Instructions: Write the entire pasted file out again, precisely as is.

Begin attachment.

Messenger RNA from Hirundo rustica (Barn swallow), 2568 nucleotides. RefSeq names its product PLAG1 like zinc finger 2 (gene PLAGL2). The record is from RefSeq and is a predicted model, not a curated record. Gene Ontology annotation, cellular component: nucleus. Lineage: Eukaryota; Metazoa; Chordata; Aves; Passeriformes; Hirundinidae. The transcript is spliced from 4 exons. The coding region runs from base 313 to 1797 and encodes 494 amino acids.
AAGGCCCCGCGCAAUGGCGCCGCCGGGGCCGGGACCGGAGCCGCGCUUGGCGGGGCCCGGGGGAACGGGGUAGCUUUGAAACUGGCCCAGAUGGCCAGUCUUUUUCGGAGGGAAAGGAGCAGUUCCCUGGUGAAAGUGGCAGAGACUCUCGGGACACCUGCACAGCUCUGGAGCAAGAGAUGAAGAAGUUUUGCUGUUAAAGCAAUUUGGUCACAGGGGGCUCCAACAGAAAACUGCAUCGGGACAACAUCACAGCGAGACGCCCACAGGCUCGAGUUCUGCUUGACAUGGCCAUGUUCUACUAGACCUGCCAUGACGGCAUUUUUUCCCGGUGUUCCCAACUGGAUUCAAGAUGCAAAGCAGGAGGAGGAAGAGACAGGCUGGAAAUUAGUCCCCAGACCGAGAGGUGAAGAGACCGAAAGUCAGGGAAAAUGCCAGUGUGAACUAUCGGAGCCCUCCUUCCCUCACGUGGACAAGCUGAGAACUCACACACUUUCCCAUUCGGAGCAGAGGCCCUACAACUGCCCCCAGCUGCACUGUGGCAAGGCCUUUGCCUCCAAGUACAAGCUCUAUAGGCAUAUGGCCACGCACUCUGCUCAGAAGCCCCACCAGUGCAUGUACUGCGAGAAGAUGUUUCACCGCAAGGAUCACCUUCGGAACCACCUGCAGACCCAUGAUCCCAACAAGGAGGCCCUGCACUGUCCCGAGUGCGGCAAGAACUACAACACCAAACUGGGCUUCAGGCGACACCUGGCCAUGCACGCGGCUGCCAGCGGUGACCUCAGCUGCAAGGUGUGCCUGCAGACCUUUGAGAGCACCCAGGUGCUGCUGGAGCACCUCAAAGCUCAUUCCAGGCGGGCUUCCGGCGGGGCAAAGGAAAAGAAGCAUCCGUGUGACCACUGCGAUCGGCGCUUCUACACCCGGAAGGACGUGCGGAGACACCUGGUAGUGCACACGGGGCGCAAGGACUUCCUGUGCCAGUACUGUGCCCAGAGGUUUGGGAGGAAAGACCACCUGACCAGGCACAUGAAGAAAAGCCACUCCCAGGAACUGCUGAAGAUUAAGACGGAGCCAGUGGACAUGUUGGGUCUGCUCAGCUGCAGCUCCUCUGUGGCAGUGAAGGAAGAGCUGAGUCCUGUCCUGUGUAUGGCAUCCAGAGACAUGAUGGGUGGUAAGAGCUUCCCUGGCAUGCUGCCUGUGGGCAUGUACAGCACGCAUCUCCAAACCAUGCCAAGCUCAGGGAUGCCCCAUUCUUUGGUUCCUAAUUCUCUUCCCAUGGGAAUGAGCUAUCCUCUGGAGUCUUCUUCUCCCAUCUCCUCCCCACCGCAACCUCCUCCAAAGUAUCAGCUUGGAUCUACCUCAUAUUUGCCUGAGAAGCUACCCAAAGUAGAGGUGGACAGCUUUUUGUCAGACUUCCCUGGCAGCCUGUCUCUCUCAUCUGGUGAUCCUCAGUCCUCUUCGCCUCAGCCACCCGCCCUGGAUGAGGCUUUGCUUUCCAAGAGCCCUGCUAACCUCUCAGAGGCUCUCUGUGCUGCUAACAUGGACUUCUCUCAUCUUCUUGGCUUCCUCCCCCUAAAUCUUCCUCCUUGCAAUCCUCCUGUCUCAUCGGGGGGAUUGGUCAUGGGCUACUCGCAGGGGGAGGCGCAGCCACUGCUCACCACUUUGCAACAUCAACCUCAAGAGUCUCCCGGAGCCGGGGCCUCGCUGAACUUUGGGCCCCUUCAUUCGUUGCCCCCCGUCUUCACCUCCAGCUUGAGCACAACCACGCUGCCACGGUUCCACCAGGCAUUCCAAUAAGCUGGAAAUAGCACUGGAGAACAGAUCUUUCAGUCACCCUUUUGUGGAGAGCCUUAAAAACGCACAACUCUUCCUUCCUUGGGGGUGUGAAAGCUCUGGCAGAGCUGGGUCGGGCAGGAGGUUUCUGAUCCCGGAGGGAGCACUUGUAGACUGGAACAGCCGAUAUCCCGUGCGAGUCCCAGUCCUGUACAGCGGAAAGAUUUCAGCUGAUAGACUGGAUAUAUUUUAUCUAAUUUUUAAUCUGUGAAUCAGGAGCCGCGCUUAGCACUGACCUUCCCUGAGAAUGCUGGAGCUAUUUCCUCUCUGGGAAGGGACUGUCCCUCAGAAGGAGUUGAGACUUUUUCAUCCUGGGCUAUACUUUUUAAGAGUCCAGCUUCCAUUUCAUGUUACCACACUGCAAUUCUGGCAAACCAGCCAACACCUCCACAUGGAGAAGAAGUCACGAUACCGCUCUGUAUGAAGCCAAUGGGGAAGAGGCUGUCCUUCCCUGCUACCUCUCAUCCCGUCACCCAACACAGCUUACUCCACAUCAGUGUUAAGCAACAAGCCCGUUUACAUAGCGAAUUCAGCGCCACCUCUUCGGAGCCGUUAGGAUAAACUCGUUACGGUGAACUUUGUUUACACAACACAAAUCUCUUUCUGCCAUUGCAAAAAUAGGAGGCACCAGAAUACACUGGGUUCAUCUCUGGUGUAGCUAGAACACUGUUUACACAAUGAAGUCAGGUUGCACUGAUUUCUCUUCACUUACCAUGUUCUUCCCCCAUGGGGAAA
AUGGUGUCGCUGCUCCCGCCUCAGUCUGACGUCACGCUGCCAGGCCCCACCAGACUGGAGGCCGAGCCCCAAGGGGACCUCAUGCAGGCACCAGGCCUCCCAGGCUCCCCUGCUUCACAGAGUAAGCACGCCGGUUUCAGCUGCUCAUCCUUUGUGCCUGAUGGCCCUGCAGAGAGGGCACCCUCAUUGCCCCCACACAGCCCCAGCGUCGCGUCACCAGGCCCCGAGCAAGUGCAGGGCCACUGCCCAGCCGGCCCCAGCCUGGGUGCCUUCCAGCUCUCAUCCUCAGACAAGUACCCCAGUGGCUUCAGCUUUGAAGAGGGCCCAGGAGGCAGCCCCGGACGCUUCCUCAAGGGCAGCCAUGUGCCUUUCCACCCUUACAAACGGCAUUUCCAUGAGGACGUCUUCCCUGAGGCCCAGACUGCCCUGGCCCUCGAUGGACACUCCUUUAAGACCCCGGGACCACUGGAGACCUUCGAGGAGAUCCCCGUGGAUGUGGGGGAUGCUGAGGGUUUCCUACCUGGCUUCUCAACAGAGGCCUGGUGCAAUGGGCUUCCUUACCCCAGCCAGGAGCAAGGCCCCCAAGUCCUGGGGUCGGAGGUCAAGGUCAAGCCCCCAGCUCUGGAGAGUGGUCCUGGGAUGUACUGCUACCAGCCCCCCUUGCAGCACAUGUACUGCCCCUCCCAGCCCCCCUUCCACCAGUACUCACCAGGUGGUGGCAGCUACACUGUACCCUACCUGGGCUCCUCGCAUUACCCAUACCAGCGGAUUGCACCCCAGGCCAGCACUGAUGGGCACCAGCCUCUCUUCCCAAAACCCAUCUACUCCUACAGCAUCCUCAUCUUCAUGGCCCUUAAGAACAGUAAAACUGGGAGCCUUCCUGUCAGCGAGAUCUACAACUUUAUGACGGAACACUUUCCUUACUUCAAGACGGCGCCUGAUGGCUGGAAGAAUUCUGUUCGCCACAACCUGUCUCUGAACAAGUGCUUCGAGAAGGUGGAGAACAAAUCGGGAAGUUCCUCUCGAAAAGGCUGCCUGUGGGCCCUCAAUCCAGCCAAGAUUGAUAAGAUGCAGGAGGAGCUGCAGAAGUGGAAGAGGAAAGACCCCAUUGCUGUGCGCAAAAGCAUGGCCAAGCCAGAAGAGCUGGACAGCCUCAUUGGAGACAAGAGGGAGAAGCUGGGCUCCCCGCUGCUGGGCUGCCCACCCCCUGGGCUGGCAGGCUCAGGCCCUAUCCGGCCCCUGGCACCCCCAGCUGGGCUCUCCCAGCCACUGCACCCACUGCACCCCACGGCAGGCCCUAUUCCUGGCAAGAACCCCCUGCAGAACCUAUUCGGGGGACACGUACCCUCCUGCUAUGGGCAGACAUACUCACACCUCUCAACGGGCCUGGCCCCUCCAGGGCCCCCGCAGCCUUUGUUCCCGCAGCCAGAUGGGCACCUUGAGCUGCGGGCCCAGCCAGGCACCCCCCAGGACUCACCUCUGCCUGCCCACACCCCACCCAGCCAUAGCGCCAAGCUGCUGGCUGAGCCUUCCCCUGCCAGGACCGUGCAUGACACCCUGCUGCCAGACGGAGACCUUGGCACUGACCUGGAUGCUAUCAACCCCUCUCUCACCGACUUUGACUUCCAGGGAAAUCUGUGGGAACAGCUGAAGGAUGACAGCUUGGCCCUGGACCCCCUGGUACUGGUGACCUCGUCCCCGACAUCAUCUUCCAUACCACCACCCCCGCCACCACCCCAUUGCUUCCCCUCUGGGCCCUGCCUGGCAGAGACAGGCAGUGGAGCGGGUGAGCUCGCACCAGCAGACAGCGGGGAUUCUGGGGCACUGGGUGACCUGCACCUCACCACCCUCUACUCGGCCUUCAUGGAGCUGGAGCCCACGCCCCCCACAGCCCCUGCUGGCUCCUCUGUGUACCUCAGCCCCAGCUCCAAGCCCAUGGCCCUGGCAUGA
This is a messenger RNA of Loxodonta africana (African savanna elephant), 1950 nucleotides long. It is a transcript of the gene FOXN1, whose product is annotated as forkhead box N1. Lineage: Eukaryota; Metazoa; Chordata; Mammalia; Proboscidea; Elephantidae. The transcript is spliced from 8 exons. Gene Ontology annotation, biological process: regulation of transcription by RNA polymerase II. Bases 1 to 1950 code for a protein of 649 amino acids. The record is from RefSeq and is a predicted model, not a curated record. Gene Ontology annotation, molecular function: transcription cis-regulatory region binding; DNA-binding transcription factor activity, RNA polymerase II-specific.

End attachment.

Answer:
Messenger RNA from Hirundo rustica (Barn swallow), 2568 nucleotides. RefSeq names its product PLAG1 like zinc finger 2 (gene PLAGL2). The record is from RefSeq and is a predicted model, not a curated record. Gene Ontology annotation, cellular component: nucleus. Lineage: Eukaryota; Metazoa; Chordata; Aves; Passeriformes; Hirundinidae. The transcript is spliced from 4 exons. The coding region runs from base 313 to 1797 and encodes 494 amino acids.
AAGGCCCCGCGCAAUGGCGCCGCCGGGGCCGGGACCGGAGCCGCGCUUGGCGGGGCCCGGGGGAACGGGGUAGCUUUGAAACUGGCCCAGAUGGCCAGUCUUUUUCGGAGGGAAAGGAGCAGUUCCCUGGUGAAAGUGGCAGAGACUCUCGGGACACCUGCACAGCUCUGGAGCAAGAGAUGAAGAAGUUUUGCUGUUAAAGCAAUUUGGUCACAGGGGGCUCCAACAGAAAACUGCAUCGGGACAACAUCACAGCGAGACGCCCACAGGCUCGAGUUCUGCUUGACAUGGCCAUGUUCUACUAGACCUGCCAUGACGGCAUUUUUUCCCGGUGUUCCCAACUGGAUUCAAGAUGCAAAGCAGGAGGAGGAAGAGACAGGCUGGAAAUUAGUCCCCAGACCGAGAGGUGAAGAGACCGAAAGUCAGGGAAAAUGCCAGUGUGAACUAUCGGAGCCCUCCUUCCCUCACGUGGACAAGCUGAGAACUCACACACUUUCCCAUUCGGAGCAGAGGCCCUACAACUGCCCCCAGCUGCACUGUGGCAAGGCCUUUGCCUCCAAGUACAAGCUCUAUAGGCAUAUGGCCACGCACUCUGCUCAGAAGCCCCACCAGUGCAUGUACUGCGAGAAGAUGUUUCACCGCAAGGAUCACCUUCGGAACCACCUGCAGACCCAUGAUCCCAACAAGGAGGCCCUGCACUGUCCCGAGUGCGGCAAGAACUACAACACCAAACUGGGCUUCAGGCGACACCUGGCCAUGCACGCGGCUGCCAGCGGUGACCUCAGCUGCAAGGUGUGCCUGCAGACCUUUGAGAGCACCCAGGUGCUGCUGGAGCACCUCAAAGCUCAUUCCAGGCGGGCUUCCGGCGGGGCAAAGGAAAAGAAGCAUCCGUGUGACCACUGCGAUCGGCGCUUCUACACCCGGAAGGACGUGCGGAGACACCUGGUAGUGCACACGGGGCGCAAGGACUUCCUGUGCCAGUACUGUGCCCAGAGGUUUGGGAGGAAAGACCACCUGACCAGGCACAUGAAGAAAAGCCACUCCCAGGAACUGCUGAAGAUUAAGACGGAGCCAGUGGACAUGUUGGGUCUGCUCAGCUGCAGCUCCUCUGUGGCAGUGAAGGAAGAGCUGAGUCCUGUCCUGUGUAUGGCAUCCAGAGACAUGAUGGGUGGUAAGAGCUUCCCUGGCAUGCUGCCUGUGGGCAUGUACAGCACGCAUCUCCAAACCAUGCCAAGCUCAGGGAUGCCCCAUUCUUUGGUUCCUAAUUCUCUUCCCAUGGGAAUGAGCUAUCCUCUGGAGUCUUCUUCUCCCAUCUCCUCCCCACCGCAACCUCCUCCAAAGUAUCAGCUUGGAUCUACCUCAUAUUUGCCUGAGAAGCUACCCAAAGUAGAGGUGGACAGCUUUUUGUCAGACUUCCCUGGCAGCCUGUCUCUCUCAUCUGGUGAUCCUCAGUCCUCUUCGCCUCAGCCACCCGCCCUGGAUGAGGCUUUGCUUUCCAAGAGCCCUGCUAACCUCUCAGAGGCUCUCUGUGCUGCUAACAUGGACUUCUCUCAUCUUCUUGGCUUCCUCCCCCUAAAUCUUCCUCCUUGCAAUCCUCCUGUCUCAUCGGGGGGAUUGGUCAUGGGCUACUCGCAGGGGGAGGCGCAGCCACUGCUCACCACUUUGCAACAUCAACCUCAAGAGUCUCCCGGAGCCGGGGCCUCGCUGAACUUUGGGCCCCUUCAUUCGUUGCCCCCCGUCUUCACCUCCAGCUUGAGCACAACCACGCUGCCACGGUUCCACCAGGCAUUCCAAUAAGCUGGAAAUAGCACUGGAGAACAGAUCUUUCAGUCACCCUUUUGUGGAGAGCCUUAAAAACGCACAACUCUUCCUUCCUUGGGGGUGUGAAAGCUCUGGCAGAGCUGGGUCGGGCAGGAGGUUUCUGAUCCCGGAGGGAGCACUUGUAGACUGGAACAGCCGAUAUCCCGUGCGAGUCCCAGUCCUGUACAGCGGAAAGAUUUCAGCUGAUAGACUGGAUAUAUUUUAUCUAAUUUUUAAUCUGUGAAUCAGGAGCCGCGCUUAGCACUGACCUUCCCUGAGAAUGCUGGAGCUAUUUCCUCUCUGGGAAGGGACUGUCCCUCAGAAGGAGUUGAGACUUUUUCAUCCUGGGCUAUACUUUUUAAGAGUCCAGCUUCCAUUUCAUGUUACCACACUGCAAUUCUGGCAAACCAGCCAACACCUCCACAUGGAGAAGAAGUCACGAUACCGCUCUGUAUGAAGCCAAUGGGGAAGAGGCUGUCCUUCCCUGCUACCUCUCAUCCCGUCACCCAACACAGCUUACUCCACAUCAGUGUUAAGCAACAAGCCCGUUUACAUAGCGAAUUCAGCGCCACCUCUUCGGAGCCGUUAGGAUAAACUCGUUACGGUGAACUUUGUUUACACAACACAAAUCUCUUUCUGCCAUUGCAAAAAUAGGAGGCACCAGAAUACACUGGGUUCAUCUCUGGUGUAGCUAGAACACUGUUUACACAAUGAAGUCAGGUUGCACUGAUUUCUCUUCACUUACCAUGUUCUUCCCCCAUGGGGAAA
AUGGUGUCGCUGCUCCCGCCUCAGUCUGACGUCACGCUGCCAGGCCCCACCAGACUGGAGGCCGAGCCCCAAGGGGACCUCAUGCAGGCACCAGGCCUCCCAGGCUCCCCUGCUUCACAGAGUAAGCACGCCGGUUUCAGCUGCUCAUCCUUUGUGCCUGAUGGCCCUGCAGAGAGGGCACCCUCAUUGCCCCCACACAGCCCCAGCGUCGCGUCACCAGGCCCCGAGCAAGUGCAGGGCCACUGCCCAGCCGGCCCCAGCCUGGGUGCCUUCCAGCUCUCAUCCUCAGACAAGUACCCCAGUGGCUUCAGCUUUGAAGAGGGCCCAGGAGGCAGCCCCGGACGCUUCCUCAAGGGCAGCCAUGUGCCUUUCCACCCUUACAAACGGCAUUUCCAUGAGGACGUCUUCCCUGAGGCCCAGACUGCCCUGGCCCUCGAUGGACACUCCUUUAAGACCCCGGGACCACUGGAGACCUUCGAGGAGAUCCCCGUGGAUGUGGGGGAUGCUGAGGGUUUCCUACCUGGCUUCUCAACAGAGGCCUGGUGCAAUGGGCUUCCUUACCCCAGCCAGGAGCAAGGCCCCCAAGUCCUGGGGUCGGAGGUCAAGGUCAAGCCCCCAGCUCUGGAGAGUGGUCCUGGGAUGUACUGCUACCAGCCCCCCUUGCAGCACAUGUACUGCCCCUCCCAGCCCCCCUUCCACCAGUACUCACCAGGUGGUGGCAGCUACACUGUACCCUACCUGGGCUCCUCGCAUUACCCAUACCAGCGGAUUGCACCCCAGGCCAGCACUGAUGGGCACCAGCCUCUCUUCCCAAAACCCAUCUACUCCUACAGCAUCCUCAUCUUCAUGGCCCUUAAGAACAGUAAAACUGGGAGCCUUCCUGUCAGCGAGAUCUACAACUUUAUGACGGAACACUUUCCUUACUUCAAGACGGCGCCUGAUGGCUGGAAGAAUUCUGUUCGCCACAACCUGUCUCUGAACAAGUGCUUCGAGAAGGUGGAGAACAAAUCGGGAAGUUCCUCUCGAAAAGGCUGCCUGUGGGCCCUCAAUCCAGCCAAGAUUGAUAAGAUGCAGGAGGAGCUGCAGAAGUGGAAGAGGAAAGACCCCAUUGCUGUGCGCAAAAGCAUGGCCAAGCCAGAAGAGCUGGACAGCCUCAUUGGAGACAAGAGGGAGAAGCUGGGCUCCCCGCUGCUGGGCUGCCCACCCCCUGGGCUGGCAGGCUCAGGCCCUAUCCGGCCCCUGGCACCCCCAGCUGGGCUCUCCCAGCCACUGCACCCACUGCACCCCACGGCAGGCCCUAUUCCUGGCAAGAACCCCCUGCAGAACCUAUUCGGGGGACACGUACCCUCCUGCUAUGGGCAGACAUACUCACACCUCUCAACGGGCCUGGCCCCUCCAGGGCCCCCGCAGCCUUUGUUCCCGCAGCCAGAUGGGCACCUUGAGCUGCGGGCCCAGCCAGGCACCCCCCAGGACUCACCUCUGCCUGCCCACACCCCACCCAGCCAUAGCGCCAAGCUGCUGGCUGAGCCUUCCCCUGCCAGGACCGUGCAUGACACCCUGCUGCCAGACGGAGACCUUGGCACUGACCUGGAUGCUAUCAACCCCUCUCUCACCGACUUUGACUUCCAGGGAAAUCUGUGGGAACAGCUGAAGGAUGACAGCUUGGCCCUGGACCCCCUGGUACUGGUGACCUCGUCCCCGACAUCAUCUUCCAUACCACCACCCCCGCCACCACCCCAUUGCUUCCCCUCUGGGCCCUGCCUGGCAGAGACAGGCAGUGGAGCGGGUGAGCUCGCACCAGCAGACAGCGGGGAUUCUGGGGCACUGGGUGACCUGCACCUCACCACCCUCUACUCGGCCUUCAUGGAGCUGGAGCCCACGCCCCCCACAGCCCCUGCUGGCUCCUCUGUGUACCUCAGCCCCAGCUCCAAGCCCAUGGCCCUGGCAUGA
This is a messenger RNA of Loxodonta africana (African savanna elephant), 1950 nucleotides long. It is a transcript of the gene FOXN1, whose product is annotated as forkhead box N1. Lineage: Eukaryota; Metazoa; Chordata; Mammalia; Proboscidea; Elephantidae. The transcript is spliced from 8 exons. Gene Ontology annotation, biological process: regulation of transcription by RNA polymerase II. Bases 1 to 1950 code for a protein of 649 amino acids. The record is from RefSeq and is a predicted model, not a curated record. Gene Ontology annotation, molecular function: transcription cis-regulatory region binding; DNA-binding transcription factor activity, RNA polymerase II-specific.